Receiving the COVID-19 vaccine is an important step towards ending the pandemic – congratulations! Once you have received both doses of the COVID-19 vaccine, you may be wondering what’s next. The vaccine is shown to be 95% effective about a week or two after the second dose is received. It is important to remain vigilant during and after this time. You may be thinking once you have been vaccinated that things will be normal again, but not quite yet. At this time, we are still being advised to practice the usual pandemic precautions such as:
- Wearing a mask.
- Maintaining 6 feet of distance from anyone that you don’t live with.
- Practicing good hand hygiene.
- Avoiding large crowds.
It is important to continue to use these precautions to protect everyone around you. Once your friends and family members have also been vaccinated it will be easier to gather safely. You must remember that specific populations won’t be vaccinated yet, such as children under the age of 16. Just because you have been vaccinated doesn’t mean everyone around you has been.
What else do we need to know?
- Researchers have not yet determined whether the vaccine prevents you from spreading the virus to others once you have been vaccinated.
- Researchers are also still determining how long immunity will last with the vaccine. We may need to receive booster shots at a later date. We may even need to continue to get the COVID vaccine every year (much like the flu vaccine).
- Early evidence is showing that the current vaccines are effective against the coronavirus variants (different strains of the virus). They may be slightly less effective in terms of preventing all symptoms, but so far, they appear to prevent moderate and severe COVID cases. Yes, you can still be infected with the virus, but the vaccine seems to be preventing the worst of it.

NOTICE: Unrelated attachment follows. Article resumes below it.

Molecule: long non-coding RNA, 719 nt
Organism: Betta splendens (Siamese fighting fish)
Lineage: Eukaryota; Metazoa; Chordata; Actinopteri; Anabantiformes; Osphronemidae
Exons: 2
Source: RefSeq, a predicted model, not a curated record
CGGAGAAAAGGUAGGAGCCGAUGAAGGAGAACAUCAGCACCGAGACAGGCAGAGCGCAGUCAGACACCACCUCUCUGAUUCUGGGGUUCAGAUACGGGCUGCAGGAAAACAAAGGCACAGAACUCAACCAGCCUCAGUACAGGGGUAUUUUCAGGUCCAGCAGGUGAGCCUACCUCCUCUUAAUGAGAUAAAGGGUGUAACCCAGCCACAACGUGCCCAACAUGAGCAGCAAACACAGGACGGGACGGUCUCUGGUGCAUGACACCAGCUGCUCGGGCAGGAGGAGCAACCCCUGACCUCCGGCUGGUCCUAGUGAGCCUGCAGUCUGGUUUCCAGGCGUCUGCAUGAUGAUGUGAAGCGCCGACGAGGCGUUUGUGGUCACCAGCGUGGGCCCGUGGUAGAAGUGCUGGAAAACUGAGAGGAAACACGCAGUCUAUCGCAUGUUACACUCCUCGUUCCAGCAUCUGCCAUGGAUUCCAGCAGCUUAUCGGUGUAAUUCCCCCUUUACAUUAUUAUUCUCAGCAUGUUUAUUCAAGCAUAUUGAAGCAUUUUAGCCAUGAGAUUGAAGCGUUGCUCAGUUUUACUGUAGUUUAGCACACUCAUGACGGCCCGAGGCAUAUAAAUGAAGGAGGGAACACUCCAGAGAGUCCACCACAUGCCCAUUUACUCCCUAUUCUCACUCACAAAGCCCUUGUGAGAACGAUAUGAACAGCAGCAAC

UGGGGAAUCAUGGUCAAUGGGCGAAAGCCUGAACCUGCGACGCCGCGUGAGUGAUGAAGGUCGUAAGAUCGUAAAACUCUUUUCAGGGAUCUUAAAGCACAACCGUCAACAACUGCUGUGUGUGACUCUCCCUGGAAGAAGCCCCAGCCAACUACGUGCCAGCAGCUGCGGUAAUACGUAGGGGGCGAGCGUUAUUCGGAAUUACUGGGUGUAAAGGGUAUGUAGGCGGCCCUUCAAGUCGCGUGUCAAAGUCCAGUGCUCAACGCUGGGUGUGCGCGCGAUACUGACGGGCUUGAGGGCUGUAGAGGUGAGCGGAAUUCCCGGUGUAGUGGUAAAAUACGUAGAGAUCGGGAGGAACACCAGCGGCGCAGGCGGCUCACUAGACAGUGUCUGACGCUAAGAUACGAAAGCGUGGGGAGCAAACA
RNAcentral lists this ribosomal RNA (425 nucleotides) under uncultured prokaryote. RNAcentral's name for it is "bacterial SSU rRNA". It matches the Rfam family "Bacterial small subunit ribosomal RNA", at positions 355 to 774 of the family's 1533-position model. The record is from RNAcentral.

- Another thing we need to keep in mind is that the vaccine is not 100% effective. There is still a small chance that you could contract COVID-19 after being vaccinated. Although experts believe that getting the COVID-19 vaccine may help reduce the severity if you do contract the virus.
The goal of vaccination is to achieve herd immunity. Herd immunity occurs when a high percentage of the community becomes immune to the virus, making the spread of the virus from person to person unlikely. This results in the larger community being protected, including those individuals who can’t be vaccinated, such as children. The best chance we have to end this pandemic is getting as many individuals vaccinated as possible.
Courtney is a Radiation Therapist at Penn Medicine in the Department of Radiation Oncology. She completed her Bachelor’s Degree in Radiation Therapy from Indiana University, and received her Master’s Degree in Public Health with concentrations in Health Management and Policy and Health Education and Promotion from Benedictine University. She has fourteen years of experience in radiation therapy, which includes an expertise in proton therapy and pediatrics. Courtney has worked with OncoLink since 2014, but joined part-time in 2020 as a Global Education Coordinator and is currently developing virtual reality training modules that have been used to train radiation therapists both domestically and internationally.